The Happy House Sub

My Domestic Discipline life is anonymous. We don’t tell our friends, and certainly not my husband’s co-workers about our DD lifestyle. However, just because no one knows he spanks me when I break a rule, doesn’t mean there aren’t cultural abnormalities that stand out to the rest of the world and provoke unfavorable reactions from my peers. Anyone who spends time with myself or my husband and talks with us about our relationship can recognize elements of a dom/sub dynamic. These elements on their own are things not common in our society and even frowned upon by some, though each peer group has their own unique view.

My husband seems to be a hero to his peers in many ways, and regularly boasts about the ease of his life at home. Coffee ready when he comes in the door, no “honey-do list”, or complaints about his video game habit (I have quite a gaming habit myself), dinner cooked and kids cared for while he sits and relaxes with little to nothing being asked of him, but the pleasure of his company had by all. His friends respond with “lucky bastard”, or “you’re a dick”…. even,”she’s not here, you don’t have to talk her up.” And he just smiles proudly.

However, my peers don’t respond so positively, in fact their outlook on it is downright negative. I recently attended a playgroup with some the wives of my husbands co-workers, during which a “husband bashing” session commenced. Complaining about how much their husbands don’t do around the house, or complaining about having to get used to doing housework during deployments because their hard working husbands also do dishes and laundry despite having a stay-at-home wife. Adding my two cents; I stated that I always feel guilty when I have to ask my husband to help around the house, because he works so hard, and am usually adamant that he not have to lift a finger. In response I got a lot of eye-rolls, and disgusted expressions. Clearly, my peers found my primitive way of seeing household obligations disturbing.

I came away feeling frustrated. They complain and complain about their husbands lack of motivation, and then complain because their complaints about it aren’t getting them anywhere. So they’re husbands do little to nothing around the house, and when they do help, it’s with an irritable and defensive attitude; they are simply doing it to keep the peace in the home. Yet, when I do respectfully request my husbands help when I need it, he hops up with a happy heart and jumps right in to housecleaning, and child rearing. Is this because my husband is a better man than they’re husbands are? Not likely, they are all good men. However, my husband might just be a happier man….. a man who is built up instead of torn down. Respected instead of required, admired instead of criticized. This is the difference that I see.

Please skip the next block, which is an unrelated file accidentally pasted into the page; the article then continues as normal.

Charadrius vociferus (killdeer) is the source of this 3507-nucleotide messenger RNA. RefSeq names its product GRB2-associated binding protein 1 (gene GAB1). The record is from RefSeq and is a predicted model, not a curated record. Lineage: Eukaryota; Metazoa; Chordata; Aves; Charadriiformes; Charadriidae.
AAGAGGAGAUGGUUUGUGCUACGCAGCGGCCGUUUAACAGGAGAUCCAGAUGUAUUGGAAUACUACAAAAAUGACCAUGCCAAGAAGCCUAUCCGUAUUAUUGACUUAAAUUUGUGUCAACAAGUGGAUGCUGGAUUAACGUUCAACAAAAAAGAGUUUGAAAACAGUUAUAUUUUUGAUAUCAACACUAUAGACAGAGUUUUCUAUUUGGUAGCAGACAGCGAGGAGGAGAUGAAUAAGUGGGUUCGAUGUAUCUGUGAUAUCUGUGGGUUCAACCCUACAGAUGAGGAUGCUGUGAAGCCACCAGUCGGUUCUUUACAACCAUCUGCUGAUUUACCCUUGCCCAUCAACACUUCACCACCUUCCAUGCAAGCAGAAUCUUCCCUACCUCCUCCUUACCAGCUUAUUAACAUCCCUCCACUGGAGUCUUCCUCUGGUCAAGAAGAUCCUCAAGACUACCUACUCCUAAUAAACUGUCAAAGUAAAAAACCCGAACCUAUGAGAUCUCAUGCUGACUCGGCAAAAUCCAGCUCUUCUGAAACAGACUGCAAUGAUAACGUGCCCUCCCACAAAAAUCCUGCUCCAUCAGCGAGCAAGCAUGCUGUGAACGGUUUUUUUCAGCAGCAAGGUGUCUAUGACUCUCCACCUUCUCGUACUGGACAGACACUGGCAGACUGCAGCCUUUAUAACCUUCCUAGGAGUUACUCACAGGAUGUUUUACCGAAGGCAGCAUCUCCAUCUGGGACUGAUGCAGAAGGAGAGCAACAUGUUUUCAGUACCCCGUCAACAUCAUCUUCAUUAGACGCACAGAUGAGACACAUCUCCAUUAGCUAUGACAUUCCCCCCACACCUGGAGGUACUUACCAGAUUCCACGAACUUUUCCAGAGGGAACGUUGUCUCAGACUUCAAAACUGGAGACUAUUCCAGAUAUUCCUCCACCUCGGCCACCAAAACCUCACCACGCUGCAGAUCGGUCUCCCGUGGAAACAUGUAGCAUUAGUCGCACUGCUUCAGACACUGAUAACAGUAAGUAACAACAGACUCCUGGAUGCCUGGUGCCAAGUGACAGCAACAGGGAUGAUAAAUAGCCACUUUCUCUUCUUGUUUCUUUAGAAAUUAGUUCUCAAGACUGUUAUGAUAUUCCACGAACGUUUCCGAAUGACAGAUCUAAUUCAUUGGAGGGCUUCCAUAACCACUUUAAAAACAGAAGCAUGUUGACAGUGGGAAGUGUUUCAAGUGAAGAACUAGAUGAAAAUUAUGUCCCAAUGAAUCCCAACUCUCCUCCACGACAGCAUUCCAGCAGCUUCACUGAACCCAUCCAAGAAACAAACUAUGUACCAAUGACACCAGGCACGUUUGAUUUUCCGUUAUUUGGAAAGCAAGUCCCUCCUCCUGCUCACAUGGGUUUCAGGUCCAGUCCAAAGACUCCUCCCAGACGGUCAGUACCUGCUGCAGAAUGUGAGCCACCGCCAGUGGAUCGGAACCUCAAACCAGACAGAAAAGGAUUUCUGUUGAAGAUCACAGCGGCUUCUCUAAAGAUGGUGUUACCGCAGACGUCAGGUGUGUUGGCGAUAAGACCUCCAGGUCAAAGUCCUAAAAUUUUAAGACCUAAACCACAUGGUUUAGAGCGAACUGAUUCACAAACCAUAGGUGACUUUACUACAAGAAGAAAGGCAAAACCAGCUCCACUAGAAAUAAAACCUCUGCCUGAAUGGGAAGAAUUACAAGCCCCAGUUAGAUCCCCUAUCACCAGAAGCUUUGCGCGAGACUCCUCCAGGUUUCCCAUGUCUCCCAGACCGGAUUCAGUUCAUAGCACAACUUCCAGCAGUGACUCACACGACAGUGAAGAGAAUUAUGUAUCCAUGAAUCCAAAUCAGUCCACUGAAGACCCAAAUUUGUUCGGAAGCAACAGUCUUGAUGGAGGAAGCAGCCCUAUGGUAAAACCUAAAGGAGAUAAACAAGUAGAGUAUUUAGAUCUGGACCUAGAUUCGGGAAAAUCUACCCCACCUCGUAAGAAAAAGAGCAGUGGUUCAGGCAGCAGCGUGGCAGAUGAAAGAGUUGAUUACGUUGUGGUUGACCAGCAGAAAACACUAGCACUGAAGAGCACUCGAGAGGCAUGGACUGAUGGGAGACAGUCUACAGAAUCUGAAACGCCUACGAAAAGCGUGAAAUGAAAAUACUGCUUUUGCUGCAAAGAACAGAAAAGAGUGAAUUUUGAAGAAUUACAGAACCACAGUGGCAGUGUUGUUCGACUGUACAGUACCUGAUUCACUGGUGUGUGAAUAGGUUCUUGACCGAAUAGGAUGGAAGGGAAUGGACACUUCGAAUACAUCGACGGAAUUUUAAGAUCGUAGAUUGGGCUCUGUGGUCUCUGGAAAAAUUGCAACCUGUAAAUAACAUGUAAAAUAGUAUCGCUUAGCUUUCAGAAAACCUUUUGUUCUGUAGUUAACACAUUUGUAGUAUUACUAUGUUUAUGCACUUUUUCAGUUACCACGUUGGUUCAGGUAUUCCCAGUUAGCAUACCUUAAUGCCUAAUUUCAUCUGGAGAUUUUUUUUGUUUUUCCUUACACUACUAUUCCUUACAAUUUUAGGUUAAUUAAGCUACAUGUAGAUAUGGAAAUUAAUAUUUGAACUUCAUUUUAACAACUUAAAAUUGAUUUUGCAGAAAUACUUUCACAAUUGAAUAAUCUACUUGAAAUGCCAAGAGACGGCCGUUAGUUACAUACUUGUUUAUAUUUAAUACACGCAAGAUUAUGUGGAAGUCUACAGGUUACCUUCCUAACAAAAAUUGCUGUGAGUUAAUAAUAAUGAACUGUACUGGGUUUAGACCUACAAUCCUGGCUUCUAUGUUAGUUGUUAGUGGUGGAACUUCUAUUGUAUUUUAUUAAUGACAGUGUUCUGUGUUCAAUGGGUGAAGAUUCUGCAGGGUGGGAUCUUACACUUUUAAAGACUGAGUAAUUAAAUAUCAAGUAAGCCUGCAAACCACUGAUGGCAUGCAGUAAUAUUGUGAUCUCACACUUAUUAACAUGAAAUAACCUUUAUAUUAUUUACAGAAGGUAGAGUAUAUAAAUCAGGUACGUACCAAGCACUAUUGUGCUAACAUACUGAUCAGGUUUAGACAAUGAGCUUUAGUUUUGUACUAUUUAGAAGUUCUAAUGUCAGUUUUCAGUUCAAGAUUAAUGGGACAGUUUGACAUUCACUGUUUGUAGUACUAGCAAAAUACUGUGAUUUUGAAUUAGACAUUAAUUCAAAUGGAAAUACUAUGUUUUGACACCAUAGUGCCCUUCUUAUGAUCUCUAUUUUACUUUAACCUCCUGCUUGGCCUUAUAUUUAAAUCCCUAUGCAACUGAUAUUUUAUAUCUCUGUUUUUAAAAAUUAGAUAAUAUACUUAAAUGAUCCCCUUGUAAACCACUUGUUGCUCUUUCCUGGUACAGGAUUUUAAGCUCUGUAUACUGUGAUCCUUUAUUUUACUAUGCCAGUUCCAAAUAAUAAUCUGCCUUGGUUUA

So when they roll their eyes at me, I can’t help but think in frustration… “So what YOU’RE doing is working for you then? Because you sure complain a lot for someone who has this all figured out.” In a feminist society women are quick to dismiss a primitive way of thinking, because we are told it’s degrading. I certainly do not feel degraded, I feel loved and secure. I do not participate in the “husband bashing” not only because it’s disrespectful to my husband, but also because I have nothing to bash. I’m truly, and deeply proud of who he is, and everything he does. This is all completely logical to me. However, in the end, I believe it may cost me some potential friendships along the way.

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7 thoughts on “The Happy House Sub

  1. It’s sad, other women, women who think themselves enlightened, will insist that a woman who chooses the domestic life (that of caring for her home & family) as backward, less intelligent. If they really were so enlightened, they’d be more accepting of those who are different than themselves.

    Liked by 2 people

    • Indeed Dominic; if only women could see how badly were have hurt ourselves and men with the feminist movement. There was never subjugation, and we were never inferior, we had a ROLE. Now…. we have nothing.

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  2. i think if you’r a housewife, it’s reasonable that you should do most of the housework, but I think men certainly should be involved in looking after the children for instance, that shouldn’t be wholly the wife’s province. They’re his kids as well after all. Likewise i don’t think it’s beyond the bounds of possibility that he should occasionally lift a finger in the kitchen – some men enjoy cooking for instance.

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    • Yes Louise. I am not in any way saying that a man shouldn’t be involved in his home, should. I was more referring to wives whose husbands work 16 hour days and come home and are expected, to clean the house and cook dinner whilst their stay at home spouse sits and complains about them. That’s not okay.

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  3. Again, this is exactly how I feel. I try my best to keep the house as perfect as possible and when I
    don’t or I need to ask for help, I feel so guilty because my husband works two jobs and I stay home.
    I feel he deserves to come home to a spotless house with dinner on the table and a wife who only
    has kisses for him and sweet things to say to him. He works hard. He deserves the best wife and I
    strive to be that daily.
    Sarajane

    Liked by 1 person

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